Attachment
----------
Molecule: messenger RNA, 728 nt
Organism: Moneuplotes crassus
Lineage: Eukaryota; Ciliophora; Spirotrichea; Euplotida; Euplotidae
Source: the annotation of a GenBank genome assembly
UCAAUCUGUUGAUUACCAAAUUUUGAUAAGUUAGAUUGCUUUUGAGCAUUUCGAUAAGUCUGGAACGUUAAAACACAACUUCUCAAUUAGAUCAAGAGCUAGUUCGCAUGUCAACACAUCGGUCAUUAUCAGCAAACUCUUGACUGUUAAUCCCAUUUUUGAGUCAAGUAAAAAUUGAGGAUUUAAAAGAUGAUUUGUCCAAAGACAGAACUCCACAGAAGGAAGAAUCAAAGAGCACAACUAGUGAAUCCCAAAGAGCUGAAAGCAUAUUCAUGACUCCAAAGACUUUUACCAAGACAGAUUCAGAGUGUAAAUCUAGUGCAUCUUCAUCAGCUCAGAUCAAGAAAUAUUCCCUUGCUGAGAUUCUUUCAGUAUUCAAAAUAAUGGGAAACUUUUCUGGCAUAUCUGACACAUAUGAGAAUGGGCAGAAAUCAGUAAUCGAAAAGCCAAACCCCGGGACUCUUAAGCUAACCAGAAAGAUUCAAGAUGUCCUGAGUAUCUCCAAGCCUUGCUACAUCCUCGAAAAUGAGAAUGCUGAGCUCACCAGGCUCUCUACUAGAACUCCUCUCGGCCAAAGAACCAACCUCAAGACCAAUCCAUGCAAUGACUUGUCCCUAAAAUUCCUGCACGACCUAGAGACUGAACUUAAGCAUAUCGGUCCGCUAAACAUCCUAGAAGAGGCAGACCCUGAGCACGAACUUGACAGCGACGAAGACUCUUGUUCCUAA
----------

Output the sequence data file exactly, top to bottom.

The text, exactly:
Molecule: messenger RNA, 728 nt
Organism: Moneuplotes crassus
Lineage: Eukaryota; Ciliophora; Spirotrichea; Euplotida; Euplotidae
Source: the annotation of a GenBank genome assembly
UCAAUCUGUUGAUUACCAAAUUUUGAUAAGUUAGAUUGCUUUUGAGCAUUUCGAUAAGUCUGGAACGUUAAAACACAACUUCUCAAUUAGAUCAAGAGCUAGUUCGCAUGUCAACACAUCGGUCAUUAUCAGCAAACUCUUGACUGUUAAUCCCAUUUUUGAGUCAAGUAAAAAUUGAGGAUUUAAAAGAUGAUUUGUCCAAAGACAGAACUCCACAGAAGGAAGAAUCAAAGAGCACAACUAGUGAAUCCCAAAGAGCUGAAAGCAUAUUCAUGACUCCAAAGACUUUUACCAAGACAGAUUCAGAGUGUAAAUCUAGUGCAUCUUCAUCAGCUCAGAUCAAGAAAUAUUCCCUUGCUGAGAUUCUUUCAGUAUUCAAAAUAAUGGGAAACUUUUCUGGCAUAUCUGACACAUAUGAGAAUGGGCAGAAAUCAGUAAUCGAAAAGCCAAACCCCGGGACUCUUAAGCUAACCAGAAAGAUUCAAGAUGUCCUGAGUAUCUCCAAGCCUUGCUACAUCCUCGAAAAUGAGAAUGCUGAGCUCACCAGGCUCUCUACUAGAACUCCUCUCGGCCAAAGAACCAACCUCAAGACCAAUCCAUGCAAUGACUUGUCCCUAAAAUUCCUGCACGACCUAGAGACUGAACUUAAGCAUAUCGGUCCGCUAAACAUCCUAGAAGAGGCAGACCCUGAGCACGAACUUGACAGCGACGAAGACUCUUGUUCCUAA